Adventure Sports: For adrenaline junkies, the Maldives offers a range of adventure sports to get the heart racing. Kiteboarding and windsurfing take advantage of the steady trade winds, providing thrilling rides on the ocean’s surface. Parasailing offers a bird’s-eye view of the picturesque atolls and lagoons, making the Maldives a destination that caters to adventure enthusiasts seeking excitement amidst its serene beauty. Sky diving is also a possibility from selected resorts!

Positive Impact: Engaging in giving back and positive impact activities while visiting the Maldives can transform your vacation into a meaningful and responsible travel From volunteering for marine conservation efforts, planting coral, planting coconut palm trees or participating in beach cleanups, there are numerous ways to make a positive contribution. By aligning your travel choices with the best sustainable tourism practices, you not only help protect the Maldives’ pristine environment and unique marine ecosystems but leave a positive and lasting impact on this tropical paradise while fostering a deeper connection with its natural beauty.

Local Cuisine

Indulge your taste buds with the exotic flavours of Maldivian cuisine:

Seafood Delights: Savor the freshest catches of the day, from succulent grilled fish to spicy fish curries, Maldivian cuisine is a paradise for fish lovers. Subject to popular belief, seafood is not part of traditional Maldivian cuisine and while it may be common to dine on prawns, shrimps, crab and lobster on a private island resort it is fish that is the star of the show on local islands. All islands are surrounded by bountiful waters teeming with diverse marine life, making fish a central element of Maldives food culture. Tuna, reef fish, smoked fish and dried fish all play a part in Maldivian cuisine. Travellers can indulge in the freshest catches of the day, often served grilled to perfection, bringing out the natural flavours of the ocean. Additionally, the Maldives offers a variety of aromatic fish curries, where the harmony of spices and herbs creates a tantalising burst of flavours on the palate. Dining on fish in the Maldives is not just a meal but a sensory journey through the vibrant marine culture of this tropical haven.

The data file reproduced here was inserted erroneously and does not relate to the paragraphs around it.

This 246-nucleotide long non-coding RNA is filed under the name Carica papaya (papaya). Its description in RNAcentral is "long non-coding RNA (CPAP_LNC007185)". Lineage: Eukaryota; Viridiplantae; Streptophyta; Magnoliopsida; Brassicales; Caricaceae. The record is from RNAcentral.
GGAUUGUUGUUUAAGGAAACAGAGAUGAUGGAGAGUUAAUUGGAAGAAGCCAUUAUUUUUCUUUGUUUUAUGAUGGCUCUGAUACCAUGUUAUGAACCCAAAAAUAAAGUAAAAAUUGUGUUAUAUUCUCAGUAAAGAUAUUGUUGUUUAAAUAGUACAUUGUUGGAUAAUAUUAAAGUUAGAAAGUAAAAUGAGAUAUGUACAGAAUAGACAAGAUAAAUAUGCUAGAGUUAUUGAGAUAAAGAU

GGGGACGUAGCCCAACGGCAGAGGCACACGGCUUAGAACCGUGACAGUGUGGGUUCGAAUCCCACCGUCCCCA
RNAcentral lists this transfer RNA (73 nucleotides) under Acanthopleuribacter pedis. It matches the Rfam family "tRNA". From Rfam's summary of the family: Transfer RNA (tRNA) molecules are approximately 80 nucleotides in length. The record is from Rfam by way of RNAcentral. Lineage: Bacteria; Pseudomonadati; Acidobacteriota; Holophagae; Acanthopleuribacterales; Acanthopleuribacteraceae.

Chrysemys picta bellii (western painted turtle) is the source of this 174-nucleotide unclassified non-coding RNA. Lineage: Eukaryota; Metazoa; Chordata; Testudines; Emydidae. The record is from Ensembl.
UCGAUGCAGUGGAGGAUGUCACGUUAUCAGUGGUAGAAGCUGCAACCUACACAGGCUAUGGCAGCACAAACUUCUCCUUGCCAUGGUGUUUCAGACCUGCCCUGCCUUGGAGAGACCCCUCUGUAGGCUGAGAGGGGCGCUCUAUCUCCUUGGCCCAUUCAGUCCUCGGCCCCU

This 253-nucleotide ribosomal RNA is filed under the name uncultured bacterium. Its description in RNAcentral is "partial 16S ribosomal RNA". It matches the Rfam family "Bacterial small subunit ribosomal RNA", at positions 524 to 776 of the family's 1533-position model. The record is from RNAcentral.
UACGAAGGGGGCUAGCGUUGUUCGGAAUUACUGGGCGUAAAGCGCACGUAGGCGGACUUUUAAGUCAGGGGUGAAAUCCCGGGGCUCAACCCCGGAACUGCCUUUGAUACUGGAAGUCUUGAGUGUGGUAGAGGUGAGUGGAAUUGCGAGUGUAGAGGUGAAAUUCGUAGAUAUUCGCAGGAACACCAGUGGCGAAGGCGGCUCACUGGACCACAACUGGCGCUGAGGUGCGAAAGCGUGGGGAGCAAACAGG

Coconut-Inspired Dishes: Coconut, in its various forms, plays a starring role in Maldivian cuisine. Creamy coconut milk is a luscious base for many dishes, adding richness and depth to curries and stews. Whether it’s a coconut-infused broth, mashuni and roshi, or a refreshing coconut drink, this tropical fruit is a staple ingredient that imparts a unique Maldivian essence to each dish. Head to restaurants such as the Maldives Kitchen and Chef Mode in Hulhumale for authentic Maldivian flavours, or join us on our Taste of Local Tour.

Hedhikaa: To truly immerse oneself in Maldives culture, tasting traditional snacks known as ‘hedhikaa’ is a must. These delectable treats are commonly found in local cafes and offer a glimpse into everyday Maldivian life. Popular options include ‘bajiya,’ savoury pastries filled with fish, coconut, or vegetables, and ‘keemia,’ fish rolls that are crispy on the outside and bursting with flavour on the inside. Hedhikaa offers a delightful fusion of textures and tastes, making it a culinary adventure for those seeking authentic Maldivian flavours in an informal and charming setting.

Chilli: Feel the heat! Chilli, is a versatile and flavorful ingredient that plays a significant role in Maldivian cuisine. Chilies are known for their ability to add heat and depth to dishes, enhancing their taste and they are commonly found in many Maldivian dishes. They are used in a variety of forms, including fresh, dried, and powdered, and are incorporated into soups, curries, sauces, and marinades. Whether you enjoy the mild warmth of bell peppers or the fiery intensity of a Maldivian chilli you can be assured of flavoursome meals.